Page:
California Adopted the Common Standards—Sans Preface

By Mary Ann Zehr — September 28, 2010 2 min read
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When California adopted the common core standards last month, it didn’t accept the preface material, which includes an introduction and spells out how to apply the standards to English-language learners or students with disabilities. An advocate of ELLs highlighted this fact yesterday at a conference about implementation of the common core standards for ELLs that was hosted by the Council of Chief State School Officers and several other education groups.

Conference speaker Shelly Spiegel-Coleman, the executive director of Californians Together, said that the California state board of education “refused to adopt the preface.” She expressed concern that the standards adopted by California “have nothing then about ELLs or special education.”

But in a conference call with me today, Kathy Radtkey-Gaither, California’s Undersecretary of Education, and Sue Stickel, who was the project director for California’s standards commission, said state board members didn’t adopt the preface because they thought it would make implementation of the standards more confusing, given that the board members augmented the standards by 15 percent before adopting them.

Radtkey-Gaither confirmed that Bonnie Reiss, California’ Secretary of Education, who is an appointee of California Governor Arnold Schwarzenegger, recommended that the board not adopt the preface. The standards commission, however, recommended that the state board adopt the preface along with the standards.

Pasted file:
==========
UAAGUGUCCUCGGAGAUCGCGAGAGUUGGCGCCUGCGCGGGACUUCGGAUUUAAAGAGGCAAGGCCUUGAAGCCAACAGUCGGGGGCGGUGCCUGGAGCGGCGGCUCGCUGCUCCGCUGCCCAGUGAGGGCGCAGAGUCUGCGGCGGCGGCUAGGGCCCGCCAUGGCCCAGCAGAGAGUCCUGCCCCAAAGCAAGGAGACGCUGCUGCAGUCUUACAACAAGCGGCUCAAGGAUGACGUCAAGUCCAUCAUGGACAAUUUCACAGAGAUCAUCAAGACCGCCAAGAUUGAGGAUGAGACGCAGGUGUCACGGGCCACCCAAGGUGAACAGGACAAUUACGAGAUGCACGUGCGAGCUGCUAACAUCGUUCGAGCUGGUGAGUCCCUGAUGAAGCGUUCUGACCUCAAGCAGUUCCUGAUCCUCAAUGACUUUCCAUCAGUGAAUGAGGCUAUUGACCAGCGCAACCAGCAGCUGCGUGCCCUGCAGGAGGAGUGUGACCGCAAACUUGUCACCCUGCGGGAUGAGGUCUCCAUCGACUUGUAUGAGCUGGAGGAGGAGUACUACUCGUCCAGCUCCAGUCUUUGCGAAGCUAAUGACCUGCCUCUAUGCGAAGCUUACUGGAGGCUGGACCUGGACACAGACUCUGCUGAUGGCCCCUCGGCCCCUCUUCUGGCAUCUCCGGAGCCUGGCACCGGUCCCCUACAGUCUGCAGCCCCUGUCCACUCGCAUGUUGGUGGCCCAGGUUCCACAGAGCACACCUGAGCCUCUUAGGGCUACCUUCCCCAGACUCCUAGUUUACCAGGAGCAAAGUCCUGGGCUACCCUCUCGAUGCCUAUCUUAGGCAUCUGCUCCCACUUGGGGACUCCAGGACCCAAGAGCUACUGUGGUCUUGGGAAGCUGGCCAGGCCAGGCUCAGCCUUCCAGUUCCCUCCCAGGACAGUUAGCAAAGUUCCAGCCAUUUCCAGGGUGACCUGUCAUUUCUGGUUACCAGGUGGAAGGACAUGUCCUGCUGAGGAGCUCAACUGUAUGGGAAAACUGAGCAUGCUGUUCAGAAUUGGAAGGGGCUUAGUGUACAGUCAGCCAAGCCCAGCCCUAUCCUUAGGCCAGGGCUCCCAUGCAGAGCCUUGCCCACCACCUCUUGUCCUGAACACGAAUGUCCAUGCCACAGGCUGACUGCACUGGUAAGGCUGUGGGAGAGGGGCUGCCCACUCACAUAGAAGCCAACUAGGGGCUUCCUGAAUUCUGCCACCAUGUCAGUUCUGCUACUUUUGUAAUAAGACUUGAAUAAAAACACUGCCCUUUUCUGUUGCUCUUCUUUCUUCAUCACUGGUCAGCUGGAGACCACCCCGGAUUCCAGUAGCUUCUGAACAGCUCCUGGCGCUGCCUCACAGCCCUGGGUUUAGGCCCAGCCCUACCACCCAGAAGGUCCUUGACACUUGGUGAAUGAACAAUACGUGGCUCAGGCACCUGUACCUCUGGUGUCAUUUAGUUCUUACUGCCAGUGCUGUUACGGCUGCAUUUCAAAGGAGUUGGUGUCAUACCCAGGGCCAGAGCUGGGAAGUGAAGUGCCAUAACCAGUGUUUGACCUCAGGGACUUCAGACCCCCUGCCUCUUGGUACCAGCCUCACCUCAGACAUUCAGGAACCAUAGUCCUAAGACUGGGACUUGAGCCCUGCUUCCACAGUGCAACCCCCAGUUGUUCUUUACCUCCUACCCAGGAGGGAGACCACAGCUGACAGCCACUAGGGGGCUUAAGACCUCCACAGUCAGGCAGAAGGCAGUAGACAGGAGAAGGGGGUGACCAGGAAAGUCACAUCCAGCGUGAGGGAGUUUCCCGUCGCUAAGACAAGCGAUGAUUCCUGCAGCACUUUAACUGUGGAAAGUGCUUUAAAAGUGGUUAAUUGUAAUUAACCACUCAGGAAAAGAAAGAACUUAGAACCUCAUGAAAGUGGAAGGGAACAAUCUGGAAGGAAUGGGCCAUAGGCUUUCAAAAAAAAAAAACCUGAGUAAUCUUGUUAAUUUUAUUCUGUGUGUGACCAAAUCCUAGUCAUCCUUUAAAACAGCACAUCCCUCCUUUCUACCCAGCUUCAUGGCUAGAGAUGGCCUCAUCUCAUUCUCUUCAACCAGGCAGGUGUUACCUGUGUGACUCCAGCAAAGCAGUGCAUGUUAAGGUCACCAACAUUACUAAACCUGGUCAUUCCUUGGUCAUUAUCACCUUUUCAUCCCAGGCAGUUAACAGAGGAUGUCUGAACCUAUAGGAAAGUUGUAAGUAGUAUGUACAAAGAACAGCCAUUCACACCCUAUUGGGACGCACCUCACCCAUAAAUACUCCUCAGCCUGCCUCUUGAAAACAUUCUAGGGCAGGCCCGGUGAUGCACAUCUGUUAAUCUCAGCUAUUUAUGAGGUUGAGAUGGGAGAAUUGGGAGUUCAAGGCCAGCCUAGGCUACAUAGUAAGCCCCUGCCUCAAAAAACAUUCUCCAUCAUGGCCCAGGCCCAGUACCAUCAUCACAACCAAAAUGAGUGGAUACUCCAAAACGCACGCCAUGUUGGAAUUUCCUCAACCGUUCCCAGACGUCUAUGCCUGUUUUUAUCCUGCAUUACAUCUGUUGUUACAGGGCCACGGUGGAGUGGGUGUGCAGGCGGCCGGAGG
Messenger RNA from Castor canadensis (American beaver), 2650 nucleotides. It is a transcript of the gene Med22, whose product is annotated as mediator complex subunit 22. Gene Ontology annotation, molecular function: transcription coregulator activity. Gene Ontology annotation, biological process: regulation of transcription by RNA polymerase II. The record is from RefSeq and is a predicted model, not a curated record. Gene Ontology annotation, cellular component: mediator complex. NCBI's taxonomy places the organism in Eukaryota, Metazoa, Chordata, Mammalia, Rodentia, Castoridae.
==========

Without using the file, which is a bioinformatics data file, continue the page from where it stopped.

Radtkey-Gaither said board members felt that the introductory material was meant to match the common core standards and wouldn’t necessarily be a good match for the standards as customized for California. “I think the state board wanted to be cautious and not create any confusion for the framework commission and curriculum commission who might come along,” Radtkey-Gaither explained.

She stressed that the board’s not adopting the preface won’t have any impact on how ELLs or students with disabilities are served in her state. “We are going to serve these students. We have a long history of providing universal access.” She noted that California has more ELLs than any other state. (The state has 1.5 million ELLs.)

Stickel said that while much of the front matter for the standards is “wonderful stuff,” it is more suited for a state framework for the standards. She said that California’s current frameworks stress universal access for students and future ones will do the same.

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A version of this news article first appeared in the Learning the Language blog.